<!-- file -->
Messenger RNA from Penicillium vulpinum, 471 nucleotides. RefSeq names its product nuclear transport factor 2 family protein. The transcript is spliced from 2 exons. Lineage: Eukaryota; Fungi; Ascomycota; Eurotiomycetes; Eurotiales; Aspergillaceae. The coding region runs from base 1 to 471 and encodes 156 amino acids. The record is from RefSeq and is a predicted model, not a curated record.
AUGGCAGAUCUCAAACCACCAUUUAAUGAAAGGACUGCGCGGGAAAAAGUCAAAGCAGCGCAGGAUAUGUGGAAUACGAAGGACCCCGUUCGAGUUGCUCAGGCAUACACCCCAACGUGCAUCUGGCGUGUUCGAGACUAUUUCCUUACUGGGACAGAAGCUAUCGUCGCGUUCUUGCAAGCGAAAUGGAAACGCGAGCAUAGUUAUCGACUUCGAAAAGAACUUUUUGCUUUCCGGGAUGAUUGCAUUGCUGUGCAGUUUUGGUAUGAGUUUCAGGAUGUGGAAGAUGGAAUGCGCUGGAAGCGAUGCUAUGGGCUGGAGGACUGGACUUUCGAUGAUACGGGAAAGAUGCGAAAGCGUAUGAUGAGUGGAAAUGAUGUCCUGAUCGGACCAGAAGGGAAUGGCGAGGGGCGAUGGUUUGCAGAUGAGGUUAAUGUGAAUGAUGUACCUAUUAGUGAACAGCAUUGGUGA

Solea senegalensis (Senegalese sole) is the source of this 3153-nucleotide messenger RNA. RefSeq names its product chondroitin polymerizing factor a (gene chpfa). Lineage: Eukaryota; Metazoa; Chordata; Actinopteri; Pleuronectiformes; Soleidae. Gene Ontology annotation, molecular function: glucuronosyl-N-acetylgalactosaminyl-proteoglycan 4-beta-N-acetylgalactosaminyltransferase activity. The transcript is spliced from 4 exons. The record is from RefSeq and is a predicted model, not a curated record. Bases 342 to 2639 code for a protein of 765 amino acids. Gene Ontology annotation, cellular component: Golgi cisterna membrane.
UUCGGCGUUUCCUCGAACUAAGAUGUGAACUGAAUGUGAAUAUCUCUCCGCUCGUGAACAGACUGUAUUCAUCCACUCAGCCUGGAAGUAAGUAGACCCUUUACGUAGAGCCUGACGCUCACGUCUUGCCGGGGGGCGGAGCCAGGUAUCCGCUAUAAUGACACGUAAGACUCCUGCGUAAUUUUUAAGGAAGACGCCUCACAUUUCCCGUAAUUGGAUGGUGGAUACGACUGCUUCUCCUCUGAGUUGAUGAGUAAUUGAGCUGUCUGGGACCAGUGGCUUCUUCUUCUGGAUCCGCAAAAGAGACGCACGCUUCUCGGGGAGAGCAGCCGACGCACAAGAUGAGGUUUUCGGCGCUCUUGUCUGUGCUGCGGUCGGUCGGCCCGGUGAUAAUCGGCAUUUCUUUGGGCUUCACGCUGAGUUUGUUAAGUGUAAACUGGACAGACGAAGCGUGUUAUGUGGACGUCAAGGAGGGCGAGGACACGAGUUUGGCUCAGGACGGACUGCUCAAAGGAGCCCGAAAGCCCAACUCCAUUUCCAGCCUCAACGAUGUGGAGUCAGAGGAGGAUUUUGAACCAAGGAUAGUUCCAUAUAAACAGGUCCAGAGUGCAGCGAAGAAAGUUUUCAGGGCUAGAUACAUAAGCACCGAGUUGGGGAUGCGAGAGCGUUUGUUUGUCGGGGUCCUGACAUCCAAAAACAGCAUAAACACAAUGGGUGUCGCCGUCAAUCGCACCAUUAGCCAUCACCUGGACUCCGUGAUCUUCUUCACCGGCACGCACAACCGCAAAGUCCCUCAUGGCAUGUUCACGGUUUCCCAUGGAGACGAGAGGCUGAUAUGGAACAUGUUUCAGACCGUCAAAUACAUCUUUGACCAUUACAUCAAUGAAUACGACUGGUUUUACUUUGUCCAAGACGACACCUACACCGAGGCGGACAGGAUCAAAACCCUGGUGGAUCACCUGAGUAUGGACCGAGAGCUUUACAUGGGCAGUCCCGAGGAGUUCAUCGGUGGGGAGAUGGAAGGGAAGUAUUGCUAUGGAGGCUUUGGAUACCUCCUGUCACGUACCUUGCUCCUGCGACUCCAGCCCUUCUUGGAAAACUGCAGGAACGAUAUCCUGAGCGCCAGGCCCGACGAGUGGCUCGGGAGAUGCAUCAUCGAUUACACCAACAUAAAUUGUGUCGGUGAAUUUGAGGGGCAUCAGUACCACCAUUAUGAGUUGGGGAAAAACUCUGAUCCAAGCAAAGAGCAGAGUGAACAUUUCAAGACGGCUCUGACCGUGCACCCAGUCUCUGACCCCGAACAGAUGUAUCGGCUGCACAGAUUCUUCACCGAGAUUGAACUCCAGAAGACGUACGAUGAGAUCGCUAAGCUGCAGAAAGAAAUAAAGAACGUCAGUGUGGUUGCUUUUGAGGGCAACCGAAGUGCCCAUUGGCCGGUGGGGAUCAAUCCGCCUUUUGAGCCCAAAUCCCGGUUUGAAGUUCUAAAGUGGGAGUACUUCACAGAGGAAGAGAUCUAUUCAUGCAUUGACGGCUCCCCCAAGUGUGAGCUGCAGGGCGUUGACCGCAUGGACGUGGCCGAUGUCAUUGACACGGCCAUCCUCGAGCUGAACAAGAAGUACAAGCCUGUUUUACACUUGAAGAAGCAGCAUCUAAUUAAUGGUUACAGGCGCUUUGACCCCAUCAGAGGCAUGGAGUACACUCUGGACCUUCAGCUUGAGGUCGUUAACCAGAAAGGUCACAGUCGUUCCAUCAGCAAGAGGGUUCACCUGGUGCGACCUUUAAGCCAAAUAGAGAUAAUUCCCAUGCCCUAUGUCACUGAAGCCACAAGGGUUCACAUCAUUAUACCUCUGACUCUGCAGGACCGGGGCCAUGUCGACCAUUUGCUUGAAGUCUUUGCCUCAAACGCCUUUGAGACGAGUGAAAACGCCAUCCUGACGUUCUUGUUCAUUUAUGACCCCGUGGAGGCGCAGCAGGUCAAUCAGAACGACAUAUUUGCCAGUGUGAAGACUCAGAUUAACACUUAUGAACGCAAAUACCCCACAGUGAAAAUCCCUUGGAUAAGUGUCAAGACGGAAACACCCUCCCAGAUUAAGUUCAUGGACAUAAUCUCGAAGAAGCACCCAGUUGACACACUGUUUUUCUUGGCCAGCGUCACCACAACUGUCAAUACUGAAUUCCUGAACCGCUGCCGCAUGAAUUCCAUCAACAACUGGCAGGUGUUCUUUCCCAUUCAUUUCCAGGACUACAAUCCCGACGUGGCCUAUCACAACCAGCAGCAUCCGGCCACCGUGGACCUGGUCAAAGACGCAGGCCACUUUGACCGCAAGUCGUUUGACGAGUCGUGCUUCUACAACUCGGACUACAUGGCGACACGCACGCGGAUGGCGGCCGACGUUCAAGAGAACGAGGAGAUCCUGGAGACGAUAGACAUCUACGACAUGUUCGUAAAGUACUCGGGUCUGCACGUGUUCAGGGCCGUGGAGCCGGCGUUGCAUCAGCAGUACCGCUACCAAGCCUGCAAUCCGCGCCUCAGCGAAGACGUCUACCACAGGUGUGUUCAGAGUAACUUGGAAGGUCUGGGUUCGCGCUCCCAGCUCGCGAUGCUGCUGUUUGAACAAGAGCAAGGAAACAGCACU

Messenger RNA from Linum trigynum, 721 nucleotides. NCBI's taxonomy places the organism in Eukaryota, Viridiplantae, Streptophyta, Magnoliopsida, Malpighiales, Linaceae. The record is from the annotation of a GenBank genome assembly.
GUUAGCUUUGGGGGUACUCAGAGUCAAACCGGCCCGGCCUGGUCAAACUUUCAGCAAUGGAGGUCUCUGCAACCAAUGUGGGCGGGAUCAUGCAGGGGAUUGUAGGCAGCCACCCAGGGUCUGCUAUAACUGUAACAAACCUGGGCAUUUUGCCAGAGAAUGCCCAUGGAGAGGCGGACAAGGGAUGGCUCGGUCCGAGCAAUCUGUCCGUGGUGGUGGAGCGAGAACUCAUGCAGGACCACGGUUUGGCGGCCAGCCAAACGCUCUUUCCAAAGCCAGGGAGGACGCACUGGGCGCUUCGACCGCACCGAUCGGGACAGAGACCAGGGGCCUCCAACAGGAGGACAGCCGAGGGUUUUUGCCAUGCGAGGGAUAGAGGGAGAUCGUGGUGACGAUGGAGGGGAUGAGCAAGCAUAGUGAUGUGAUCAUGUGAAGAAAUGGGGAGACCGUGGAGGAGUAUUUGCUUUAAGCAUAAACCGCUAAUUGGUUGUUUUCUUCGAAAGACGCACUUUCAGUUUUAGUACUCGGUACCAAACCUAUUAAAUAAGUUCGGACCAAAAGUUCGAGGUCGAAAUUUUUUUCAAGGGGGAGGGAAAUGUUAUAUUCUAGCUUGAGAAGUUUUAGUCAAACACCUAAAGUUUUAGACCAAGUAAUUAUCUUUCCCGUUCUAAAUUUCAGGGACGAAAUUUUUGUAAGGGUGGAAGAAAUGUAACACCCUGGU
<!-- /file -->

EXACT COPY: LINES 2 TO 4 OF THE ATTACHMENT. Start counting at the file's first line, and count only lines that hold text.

AUGGCAGAUCUCAAACCACCAUUUAAUGAAAGGACUGCGCGGGAAAAAGUCAAAGCAGCGCAGGAUAUGUGGAAUACGAAGGACCCCGUUCGAGUUGCUCAGGCAUACACCCCAACGUGCAUCUGGCGUGUUCGAGACUAUUUCCUUACUGGGACAGAAGCUAUCGUCGCGUUCUUGCAAGCGAAAUGGAAACGCGAGCAUAGUUAUCGACUUCGAAAAGAACUUUUUGCUUUCCGGGAUGAUUGCAUUGCUGUGCAGUUUUGGUAUGAGUUUCAGGAUGUGGAAGAUGGAAUGCGCUGGAAGCGAUGCUAUGGGCUGGAGGACUGGACUUUCGAUGAUACGGGAAAGAUGCGAAAGCGUAUGAUGAGUGGAAAUGAUGUCCUGAUCGGACCAGAAGGGAAUGGCGAGGGGCGAUGGUUUGCAGAUGAGGUUAAUGUGAAUGAUGUACCUAUUAGUGAACAGCAUUGGUGA

Solea senegalensis (Senegalese sole) is the source of this 3153-nucleotide messenger RNA. RefSeq names its product chondroitin polymerizing factor a (gene chpfa). Lineage: Eukaryota; Metazoa; Chordata; Actinopteri; Pleuronectiformes; Soleidae. Gene Ontology annotation, molecular function: glucuronosyl-N-acetylgalactosaminyl-proteoglycan 4-beta-N-acetylgalactosaminyltransferase activity. The transcript is spliced from 4 exons. The record is from RefSeq and is a predicted model, not a curated record. Bases 342 to 2639 code for a protein of 765 amino acids. Gene Ontology annotation, cellular component: Golgi cisterna membrane.
UUCGGCGUUUCCUCGAACUAAGAUGUGAACUGAAUGUGAAUAUCUCUCCGCUCGUGAACAGACUGUAUUCAUCCACUCAGCCUGGAAGUAAGUAGACCCUUUACGUAGAGCCUGACGCUCACGUCUUGCCGGGGGGCGGAGCCAGGUAUCCGCUAUAAUGACACGUAAGACUCCUGCGUAAUUUUUAAGGAAGACGCCUCACAUUUCCCGUAAUUGGAUGGUGGAUACGACUGCUUCUCCUCUGAGUUGAUGAGUAAUUGAGCUGUCUGGGACCAGUGGCUUCUUCUUCUGGAUCCGCAAAAGAGACGCACGCUUCUCGGGGAGAGCAGCCGACGCACAAGAUGAGGUUUUCGGCGCUCUUGUCUGUGCUGCGGUCGGUCGGCCCGGUGAUAAUCGGCAUUUCUUUGGGCUUCACGCUGAGUUUGUUAAGUGUAAACUGGACAGACGAAGCGUGUUAUGUGGACGUCAAGGAGGGCGAGGACACGAGUUUGGCUCAGGACGGACUGCUCAAAGGAGCCCGAAAGCCCAACUCCAUUUCCAGCCUCAACGAUGUGGAGUCAGAGGAGGAUUUUGAACCAAGGAUAGUUCCAUAUAAACAGGUCCAGAGUGCAGCGAAGAAAGUUUUCAGGGCUAGAUACAUAAGCACCGAGUUGGGGAUGCGAGAGCGUUUGUUUGUCGGGGUCCUGACAUCCAAAAACAGCAUAAACACAAUGGGUGUCGCCGUCAAUCGCACCAUUAGCCAUCACCUGGACUCCGUGAUCUUCUUCACCGGCACGCACAACCGCAAAGUCCCUCAUGGCAUGUUCACGGUUUCCCAUGGAGACGAGAGGCUGAUAUGGAACAUGUUUCAGACCGUCAAAUACAUCUUUGACCAUUACAUCAAUGAAUACGACUGGUUUUACUUUGUCCAAGACGACACCUACACCGAGGCGGACAGGAUCAAAACCCUGGUGGAUCACCUGAGUAUGGACCGAGAGCUUUACAUGGGCAGUCCCGAGGAGUUCAUCGGUGGGGAGAUGGAAGGGAAGUAUUGCUAUGGAGGCUUUGGAUACCUCCUGUCACGUACCUUGCUCCUGCGACUCCAGCCCUUCUUGGAAAACUGCAGGAACGAUAUCCUGAGCGCCAGGCCCGACGAGUGGCUCGGGAGAUGCAUCAUCGAUUACACCAACAUAAAUUGUGUCGGUGAAUUUGAGGGGCAUCAGUACCACCAUUAUGAGUUGGGGAAAAACUCUGAUCCAAGCAAAGAGCAGAGUGAACAUUUCAAGACGGCUCUGACCGUGCACCCAGUCUCUGACCCCGAACAGAUGUAUCGGCUGCACAGAUUCUUCACCGAGAUUGAACUCCAGAAGACGUACGAUGAGAUCGCUAAGCUGCAGAAAGAAAUAAAGAACGUCAGUGUGGUUGCUUUUGAGGGCAACCGAAGUGCCCAUUGGCCGGUGGGGAUCAAUCCGCCUUUUGAGCCCAAAUCCCGGUUUGAAGUUCUAAAGUGGGAGUACUUCACAGAGGAAGAGAUCUAUUCAUGCAUUGACGGCUCCCCCAAGUGUGAGCUGCAGGGCGUUGACCGCAUGGACGUGGCCGAUGUCAUUGACACGGCCAUCCUCGAGCUGAACAAGAAGUACAAGCCUGUUUUACACUUGAAGAAGCAGCAUCUAAUUAAUGGUUACAGGCGCUUUGACCCCAUCAGAGGCAUGGAGUACACUCUGGACCUUCAGCUUGAGGUCGUUAACCAGAAAGGUCACAGUCGUUCCAUCAGCAAGAGGGUUCACCUGGUGCGACCUUUAAGCCAAAUAGAGAUAAUUCCCAUGCCCUAUGUCACUGAAGCCACAAGGGUUCACAUCAUUAUACCUCUGACUCUGCAGGACCGGGGCCAUGUCGACCAUUUGCUUGAAGUCUUUGCCUCAAACGCCUUUGAGACGAGUGAAAACGCCAUCCUGACGUUCUUGUUCAUUUAUGACCCCGUGGAGGCGCAGCAGGUCAAUCAGAACGACAUAUUUGCCAGUGUGAAGACUCAGAUUAACACUUAUGAACGCAAAUACCCCACAGUGAAAAUCCCUUGGAUAAGUGUCAAGACGGAAACACCCUCCCAGAUUAAGUUCAUGGACAUAAUCUCGAAGAAGCACCCAGUUGACACACUGUUUUUCUUGGCCAGCGUCACCACAACUGUCAAUACUGAAUUCCUGAACCGCUGCCGCAUGAAUUCCAUCAACAACUGGCAGGUGUUCUUUCCCAUUCAUUUCCAGGACUACAAUCCCGACGUGGCCUAUCACAACCAGCAGCAUCCGGCCACCGUGGACCUGGUCAAAGACGCAGGCCACUUUGACCGCAAGUCGUUUGACGAGUCGUGCUUCUACAACUCGGACUACAUGGCGACACGCACGCGGAUGGCGGCCGACGUUCAAGAGAACGAGGAGAUCCUGGAGACGAUAGACAUCUACGACAUGUUCGUAAAGUACUCGGGUCUGCACGUGUUCAGGGCCGUGGAGCCGGCGUUGCAUCAGCAGUACCGCUACCAAGCCUGCAAUCCGCGCCUCAGCGAAGACGUCUACCACAGGUGUGUUCAGAGUAACUUGGAAGGUCUGGGUUCGCGCUCCCAGCUCGCGAUGCUGCUGUUUGAACAAGAGCAAGGAAACAGCACU